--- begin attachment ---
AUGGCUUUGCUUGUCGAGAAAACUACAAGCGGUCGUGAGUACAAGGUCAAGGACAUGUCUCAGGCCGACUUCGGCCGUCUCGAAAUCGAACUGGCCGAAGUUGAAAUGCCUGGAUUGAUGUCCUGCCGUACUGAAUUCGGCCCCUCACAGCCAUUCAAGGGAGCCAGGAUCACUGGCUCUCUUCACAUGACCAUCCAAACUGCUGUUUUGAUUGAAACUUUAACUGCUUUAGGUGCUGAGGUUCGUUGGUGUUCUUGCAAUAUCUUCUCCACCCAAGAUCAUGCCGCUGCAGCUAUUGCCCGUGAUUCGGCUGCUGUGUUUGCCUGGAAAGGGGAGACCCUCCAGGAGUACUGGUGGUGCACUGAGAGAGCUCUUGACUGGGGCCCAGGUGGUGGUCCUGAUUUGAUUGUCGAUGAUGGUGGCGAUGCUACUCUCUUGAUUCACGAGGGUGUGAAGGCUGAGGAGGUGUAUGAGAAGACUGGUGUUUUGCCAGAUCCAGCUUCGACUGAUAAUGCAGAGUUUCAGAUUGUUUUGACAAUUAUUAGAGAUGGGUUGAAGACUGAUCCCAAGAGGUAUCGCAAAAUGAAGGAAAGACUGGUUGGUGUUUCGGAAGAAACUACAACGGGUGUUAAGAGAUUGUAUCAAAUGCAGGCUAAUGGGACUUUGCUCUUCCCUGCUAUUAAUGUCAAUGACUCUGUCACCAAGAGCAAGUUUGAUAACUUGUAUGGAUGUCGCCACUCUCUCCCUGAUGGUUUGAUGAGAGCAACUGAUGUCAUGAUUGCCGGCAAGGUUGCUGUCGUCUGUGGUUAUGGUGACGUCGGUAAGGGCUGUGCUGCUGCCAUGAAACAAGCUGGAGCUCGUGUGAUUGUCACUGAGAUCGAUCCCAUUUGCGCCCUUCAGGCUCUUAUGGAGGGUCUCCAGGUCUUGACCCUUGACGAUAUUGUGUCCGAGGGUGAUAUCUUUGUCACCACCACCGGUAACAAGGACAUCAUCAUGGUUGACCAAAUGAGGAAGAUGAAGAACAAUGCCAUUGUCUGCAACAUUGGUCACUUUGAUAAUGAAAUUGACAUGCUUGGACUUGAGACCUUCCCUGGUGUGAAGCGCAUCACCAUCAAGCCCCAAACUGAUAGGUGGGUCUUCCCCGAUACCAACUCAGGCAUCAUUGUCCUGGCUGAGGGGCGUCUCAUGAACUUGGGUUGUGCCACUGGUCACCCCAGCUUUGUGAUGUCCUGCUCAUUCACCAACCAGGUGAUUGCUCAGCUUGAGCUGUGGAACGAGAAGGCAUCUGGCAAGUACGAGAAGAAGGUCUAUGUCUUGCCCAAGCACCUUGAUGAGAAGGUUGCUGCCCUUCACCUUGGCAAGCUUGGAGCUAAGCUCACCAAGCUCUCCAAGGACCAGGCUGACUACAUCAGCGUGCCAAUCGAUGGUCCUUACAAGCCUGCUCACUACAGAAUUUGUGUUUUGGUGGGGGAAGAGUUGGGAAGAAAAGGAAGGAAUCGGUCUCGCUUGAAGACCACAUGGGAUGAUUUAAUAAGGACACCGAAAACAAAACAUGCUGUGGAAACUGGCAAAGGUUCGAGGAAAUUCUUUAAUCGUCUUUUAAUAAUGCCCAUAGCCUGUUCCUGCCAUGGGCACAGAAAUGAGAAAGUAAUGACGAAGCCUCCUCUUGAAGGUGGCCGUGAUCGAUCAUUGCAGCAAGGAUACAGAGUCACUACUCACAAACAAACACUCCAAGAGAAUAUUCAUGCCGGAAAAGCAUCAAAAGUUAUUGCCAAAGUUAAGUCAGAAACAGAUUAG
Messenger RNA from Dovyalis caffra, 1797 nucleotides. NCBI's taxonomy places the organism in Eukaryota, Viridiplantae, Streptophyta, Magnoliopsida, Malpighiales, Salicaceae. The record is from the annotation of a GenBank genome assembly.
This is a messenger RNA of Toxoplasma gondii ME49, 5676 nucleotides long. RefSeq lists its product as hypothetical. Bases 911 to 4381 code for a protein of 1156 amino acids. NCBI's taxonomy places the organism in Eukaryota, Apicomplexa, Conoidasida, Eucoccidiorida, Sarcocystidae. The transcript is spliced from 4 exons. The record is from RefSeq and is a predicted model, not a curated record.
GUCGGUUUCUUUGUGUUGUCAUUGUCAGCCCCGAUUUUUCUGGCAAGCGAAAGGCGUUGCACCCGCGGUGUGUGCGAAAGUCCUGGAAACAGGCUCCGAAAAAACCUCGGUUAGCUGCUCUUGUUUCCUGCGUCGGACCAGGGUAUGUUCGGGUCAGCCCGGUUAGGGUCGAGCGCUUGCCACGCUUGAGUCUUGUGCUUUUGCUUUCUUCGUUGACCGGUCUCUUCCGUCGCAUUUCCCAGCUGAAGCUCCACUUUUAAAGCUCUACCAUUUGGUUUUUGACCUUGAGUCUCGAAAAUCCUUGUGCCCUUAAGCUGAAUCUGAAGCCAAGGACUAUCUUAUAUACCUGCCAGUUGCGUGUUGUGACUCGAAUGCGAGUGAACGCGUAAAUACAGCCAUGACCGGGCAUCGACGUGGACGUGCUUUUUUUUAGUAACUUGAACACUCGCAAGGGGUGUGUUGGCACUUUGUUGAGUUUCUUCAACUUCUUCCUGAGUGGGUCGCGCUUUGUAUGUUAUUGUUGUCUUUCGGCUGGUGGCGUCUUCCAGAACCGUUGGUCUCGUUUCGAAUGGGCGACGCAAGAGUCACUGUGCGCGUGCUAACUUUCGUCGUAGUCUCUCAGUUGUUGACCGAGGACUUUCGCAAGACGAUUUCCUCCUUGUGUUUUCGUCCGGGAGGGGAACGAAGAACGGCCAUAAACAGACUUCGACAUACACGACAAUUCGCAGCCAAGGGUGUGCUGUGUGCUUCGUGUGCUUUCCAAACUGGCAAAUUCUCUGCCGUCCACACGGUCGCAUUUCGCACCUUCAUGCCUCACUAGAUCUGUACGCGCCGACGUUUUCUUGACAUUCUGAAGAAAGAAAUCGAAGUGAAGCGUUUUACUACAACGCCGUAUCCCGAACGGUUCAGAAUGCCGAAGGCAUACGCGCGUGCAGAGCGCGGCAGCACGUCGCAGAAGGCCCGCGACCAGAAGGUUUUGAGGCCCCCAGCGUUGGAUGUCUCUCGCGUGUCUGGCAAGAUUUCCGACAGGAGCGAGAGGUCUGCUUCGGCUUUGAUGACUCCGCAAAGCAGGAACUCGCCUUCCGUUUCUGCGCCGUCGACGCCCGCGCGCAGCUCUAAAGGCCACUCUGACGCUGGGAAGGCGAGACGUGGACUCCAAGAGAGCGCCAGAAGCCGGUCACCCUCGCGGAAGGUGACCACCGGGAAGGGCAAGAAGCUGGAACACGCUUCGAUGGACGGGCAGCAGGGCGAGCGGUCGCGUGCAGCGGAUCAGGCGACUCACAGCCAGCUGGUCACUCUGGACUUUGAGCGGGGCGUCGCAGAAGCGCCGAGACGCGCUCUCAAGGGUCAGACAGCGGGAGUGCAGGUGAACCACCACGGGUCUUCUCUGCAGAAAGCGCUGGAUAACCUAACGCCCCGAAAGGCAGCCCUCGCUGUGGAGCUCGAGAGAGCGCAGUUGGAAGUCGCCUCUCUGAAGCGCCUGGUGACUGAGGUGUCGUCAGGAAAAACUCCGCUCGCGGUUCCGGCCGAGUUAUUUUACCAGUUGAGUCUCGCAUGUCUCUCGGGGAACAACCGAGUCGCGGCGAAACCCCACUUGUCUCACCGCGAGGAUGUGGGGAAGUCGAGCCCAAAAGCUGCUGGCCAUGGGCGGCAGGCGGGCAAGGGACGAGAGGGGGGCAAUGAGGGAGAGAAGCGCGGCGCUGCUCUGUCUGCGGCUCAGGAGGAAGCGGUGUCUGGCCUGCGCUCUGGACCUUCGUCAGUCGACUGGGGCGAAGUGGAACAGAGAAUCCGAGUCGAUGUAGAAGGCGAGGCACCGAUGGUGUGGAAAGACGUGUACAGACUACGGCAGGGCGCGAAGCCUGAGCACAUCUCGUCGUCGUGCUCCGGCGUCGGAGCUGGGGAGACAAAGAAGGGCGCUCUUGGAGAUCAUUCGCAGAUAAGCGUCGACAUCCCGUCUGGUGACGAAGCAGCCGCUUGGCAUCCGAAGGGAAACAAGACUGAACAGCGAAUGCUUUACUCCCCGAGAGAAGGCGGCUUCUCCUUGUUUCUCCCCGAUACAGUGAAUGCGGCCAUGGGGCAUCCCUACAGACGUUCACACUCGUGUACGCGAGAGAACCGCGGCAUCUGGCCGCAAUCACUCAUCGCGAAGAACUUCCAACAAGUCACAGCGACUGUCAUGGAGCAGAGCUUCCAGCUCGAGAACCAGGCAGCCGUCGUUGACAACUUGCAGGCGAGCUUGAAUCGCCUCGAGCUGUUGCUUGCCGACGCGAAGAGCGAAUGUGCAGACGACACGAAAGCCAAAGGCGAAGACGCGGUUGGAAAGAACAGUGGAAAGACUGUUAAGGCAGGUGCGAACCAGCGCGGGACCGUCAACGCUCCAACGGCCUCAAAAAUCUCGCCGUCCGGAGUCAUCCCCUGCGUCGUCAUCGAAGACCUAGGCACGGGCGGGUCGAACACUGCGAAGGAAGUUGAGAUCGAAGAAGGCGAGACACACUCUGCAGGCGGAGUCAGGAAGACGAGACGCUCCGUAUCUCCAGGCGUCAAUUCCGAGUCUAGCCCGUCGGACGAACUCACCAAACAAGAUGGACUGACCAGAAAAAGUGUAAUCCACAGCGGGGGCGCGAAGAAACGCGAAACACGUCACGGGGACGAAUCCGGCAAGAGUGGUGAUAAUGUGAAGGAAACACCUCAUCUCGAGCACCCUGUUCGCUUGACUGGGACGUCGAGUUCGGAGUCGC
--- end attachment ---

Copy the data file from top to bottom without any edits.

AUGGCUUUGCUUGUCGAGAAAACUACAAGCGGUCGUGAGUACAAGGUCAAGGACAUGUCUCAGGCCGACUUCGGCCGUCUCGAAAUCGAACUGGCCGAAGUUGAAAUGCCUGGAUUGAUGUCCUGCCGUACUGAAUUCGGCCCCUCACAGCCAUUCAAGGGAGCCAGGAUCACUGGCUCUCUUCACAUGACCAUCCAAACUGCUGUUUUGAUUGAAACUUUAACUGCUUUAGGUGCUGAGGUUCGUUGGUGUUCUUGCAAUAUCUUCUCCACCCAAGAUCAUGCCGCUGCAGCUAUUGCCCGUGAUUCGGCUGCUGUGUUUGCCUGGAAAGGGGAGACCCUCCAGGAGUACUGGUGGUGCACUGAGAGAGCUCUUGACUGGGGCCCAGGUGGUGGUCCUGAUUUGAUUGUCGAUGAUGGUGGCGAUGCUACUCUCUUGAUUCACGAGGGUGUGAAGGCUGAGGAGGUGUAUGAGAAGACUGGUGUUUUGCCAGAUCCAGCUUCGACUGAUAAUGCAGAGUUUCAGAUUGUUUUGACAAUUAUUAGAGAUGGGUUGAAGACUGAUCCCAAGAGGUAUCGCAAAAUGAAGGAAAGACUGGUUGGUGUUUCGGAAGAAACUACAACGGGUGUUAAGAGAUUGUAUCAAAUGCAGGCUAAUGGGACUUUGCUCUUCCCUGCUAUUAAUGUCAAUGACUCUGUCACCAAGAGCAAGUUUGAUAACUUGUAUGGAUGUCGCCACUCUCUCCCUGAUGGUUUGAUGAGAGCAACUGAUGUCAUGAUUGCCGGCAAGGUUGCUGUCGUCUGUGGUUAUGGUGACGUCGGUAAGGGCUGUGCUGCUGCCAUGAAACAAGCUGGAGCUCGUGUGAUUGUCACUGAGAUCGAUCCCAUUUGCGCCCUUCAGGCUCUUAUGGAGGGUCUCCAGGUCUUGACCCUUGACGAUAUUGUGUCCGAGGGUGAUAUCUUUGUCACCACCACCGGUAACAAGGACAUCAUCAUGGUUGACCAAAUGAGGAAGAUGAAGAACAAUGCCAUUGUCUGCAACAUUGGUCACUUUGAUAAUGAAAUUGACAUGCUUGGACUUGAGACCUUCCCUGGUGUGAAGCGCAUCACCAUCAAGCCCCAAACUGAUAGGUGGGUCUUCCCCGAUACCAACUCAGGCAUCAUUGUCCUGGCUGAGGGGCGUCUCAUGAACUUGGGUUGUGCCACUGGUCACCCCAGCUUUGUGAUGUCCUGCUCAUUCACCAACCAGGUGAUUGCUCAGCUUGAGCUGUGGAACGAGAAGGCAUCUGGCAAGUACGAGAAGAAGGUCUAUGUCUUGCCCAAGCACCUUGAUGAGAAGGUUGCUGCCCUUCACCUUGGCAAGCUUGGAGCUAAGCUCACCAAGCUCUCCAAGGACCAGGCUGACUACAUCAGCGUGCCAAUCGAUGGUCCUUACAAGCCUGCUCACUACAGAAUUUGUGUUUUGGUGGGGGAAGAGUUGGGAAGAAAAGGAAGGAAUCGGUCUCGCUUGAAGACCACAUGGGAUGAUUUAAUAAGGACACCGAAAACAAAACAUGCUGUGGAAACUGGCAAAGGUUCGAGGAAAUUCUUUAAUCGUCUUUUAAUAAUGCCCAUAGCCUGUUCCUGCCAUGGGCACAGAAAUGAGAAAGUAAUGACGAAGCCUCCUCUUGAAGGUGGCCGUGAUCGAUCAUUGCAGCAAGGAUACAGAGUCACUACUCACAAACAAACACUCCAAGAGAAUAUUCAUGCCGGAAAAGCAUCAAAAGUUAUUGCCAAAGUUAAGUCAGAAACAGAUUAG
Messenger RNA from Dovyalis caffra, 1797 nucleotides. NCBI's taxonomy places the organism in Eukaryota, Viridiplantae, Streptophyta, Magnoliopsida, Malpighiales, Salicaceae. The record is from the annotation of a GenBank genome assembly.
This is a messenger RNA of Toxoplasma gondii ME49, 5676 nucleotides long. RefSeq lists its product as hypothetical. Bases 911 to 4381 code for a protein of 1156 amino acids. NCBI's taxonomy places the organism in Eukaryota, Apicomplexa, Conoidasida, Eucoccidiorida, Sarcocystidae. The transcript is spliced from 4 exons. The record is from RefSeq and is a predicted model, not a curated record.
GUCGGUUUCUUUGUGUUGUCAUUGUCAGCCCCGAUUUUUCUGGCAAGCGAAAGGCGUUGCACCCGCGGUGUGUGCGAAAGUCCUGGAAACAGGCUCCGAAAAAACCUCGGUUAGCUGCUCUUGUUUCCUGCGUCGGACCAGGGUAUGUUCGGGUCAGCCCGGUUAGGGUCGAGCGCUUGCCACGCUUGAGUCUUGUGCUUUUGCUUUCUUCGUUGACCGGUCUCUUCCGUCGCAUUUCCCAGCUGAAGCUCCACUUUUAAAGCUCUACCAUUUGGUUUUUGACCUUGAGUCUCGAAAAUCCUUGUGCCCUUAAGCUGAAUCUGAAGCCAAGGACUAUCUUAUAUACCUGCCAGUUGCGUGUUGUGACUCGAAUGCGAGUGAACGCGUAAAUACAGCCAUGACCGGGCAUCGACGUGGACGUGCUUUUUUUUAGUAACUUGAACACUCGCAAGGGGUGUGUUGGCACUUUGUUGAGUUUCUUCAACUUCUUCCUGAGUGGGUCGCGCUUUGUAUGUUAUUGUUGUCUUUCGGCUGGUGGCGUCUUCCAGAACCGUUGGUCUCGUUUCGAAUGGGCGACGCAAGAGUCACUGUGCGCGUGCUAACUUUCGUCGUAGUCUCUCAGUUGUUGACCGAGGACUUUCGCAAGACGAUUUCCUCCUUGUGUUUUCGUCCGGGAGGGGAACGAAGAACGGCCAUAAACAGACUUCGACAUACACGACAAUUCGCAGCCAAGGGUGUGCUGUGUGCUUCGUGUGCUUUCCAAACUGGCAAAUUCUCUGCCGUCCACACGGUCGCAUUUCGCACCUUCAUGCCUCACUAGAUCUGUACGCGCCGACGUUUUCUUGACAUUCUGAAGAAAGAAAUCGAAGUGAAGCGUUUUACUACAACGCCGUAUCCCGAACGGUUCAGAAUGCCGAAGGCAUACGCGCGUGCAGAGCGCGGCAGCACGUCGCAGAAGGCCCGCGACCAGAAGGUUUUGAGGCCCCCAGCGUUGGAUGUCUCUCGCGUGUCUGGCAAGAUUUCCGACAGGAGCGAGAGGUCUGCUUCGGCUUUGAUGACUCCGCAAAGCAGGAACUCGCCUUCCGUUUCUGCGCCGUCGACGCCCGCGCGCAGCUCUAAAGGCCACUCUGACGCUGGGAAGGCGAGACGUGGACUCCAAGAGAGCGCCAGAAGCCGGUCACCCUCGCGGAAGGUGACCACCGGGAAGGGCAAGAAGCUGGAACACGCUUCGAUGGACGGGCAGCAGGGCGAGCGGUCGCGUGCAGCGGAUCAGGCGACUCACAGCCAGCUGGUCACUCUGGACUUUGAGCGGGGCGUCGCAGAAGCGCCGAGACGCGCUCUCAAGGGUCAGACAGCGGGAGUGCAGGUGAACCACCACGGGUCUUCUCUGCAGAAAGCGCUGGAUAACCUAACGCCCCGAAAGGCAGCCCUCGCUGUGGAGCUCGAGAGAGCGCAGUUGGAAGUCGCCUCUCUGAAGCGCCUGGUGACUGAGGUGUCGUCAGGAAAAACUCCGCUCGCGGUUCCGGCCGAGUUAUUUUACCAGUUGAGUCUCGCAUGUCUCUCGGGGAACAACCGAGUCGCGGCGAAACCCCACUUGUCUCACCGCGAGGAUGUGGGGAAGUCGAGCCCAAAAGCUGCUGGCCAUGGGCGGCAGGCGGGCAAGGGACGAGAGGGGGGCAAUGAGGGAGAGAAGCGCGGCGCUGCUCUGUCUGCGGCUCAGGAGGAAGCGGUGUCUGGCCUGCGCUCUGGACCUUCGUCAGUCGACUGGGGCGAAGUGGAACAGAGAAUCCGAGUCGAUGUAGAAGGCGAGGCACCGAUGGUGUGGAAAGACGUGUACAGACUACGGCAGGGCGCGAAGCCUGAGCACAUCUCGUCGUCGUGCUCCGGCGUCGGAGCUGGGGAGACAAAGAAGGGCGCUCUUGGAGAUCAUUCGCAGAUAAGCGUCGACAUCCCGUCUGGUGACGAAGCAGCCGCUUGGCAUCCGAAGGGAAACAAGACUGAACAGCGAAUGCUUUACUCCCCGAGAGAAGGCGGCUUCUCCUUGUUUCUCCCCGAUACAGUGAAUGCGGCCAUGGGGCAUCCCUACAGACGUUCACACUCGUGUACGCGAGAGAACCGCGGCAUCUGGCCGCAAUCACUCAUCGCGAAGAACUUCCAACAAGUCACAGCGACUGUCAUGGAGCAGAGCUUCCAGCUCGAGAACCAGGCAGCCGUCGUUGACAACUUGCAGGCGAGCUUGAAUCGCCUCGAGCUGUUGCUUGCCGACGCGAAGAGCGAAUGUGCAGACGACACGAAAGCCAAAGGCGAAGACGCGGUUGGAAAGAACAGUGGAAAGACUGUUAAGGCAGGUGCGAACCAGCGCGGGACCGUCAACGCUCCAACGGCCUCAAAAAUCUCGCCGUCCGGAGUCAUCCCCUGCGUCGUCAUCGAAGACCUAGGCACGGGCGGGUCGAACACUGCGAAGGAAGUUGAGAUCGAAGAAGGCGAGACACACUCUGCAGGCGGAGUCAGGAAGACGAGACGCUCCGUAUCUCCAGGCGUCAAUUCCGAGUCUAGCCCGUCGGACGAACUCACCAAACAAGAUGGACUGACCAGAAAAAGUGUAAUCCACAGCGGGGGCGCGAAGAAACGCGAAACACGUCACGGGGACGAAUCCGGCAAGAGUGGUGAUAAUGUGAAGGAAACACCUCAUCUCGAGCACCCUGUUCGCUUGACUGGGACGUCGAGUUCGGAGUCGC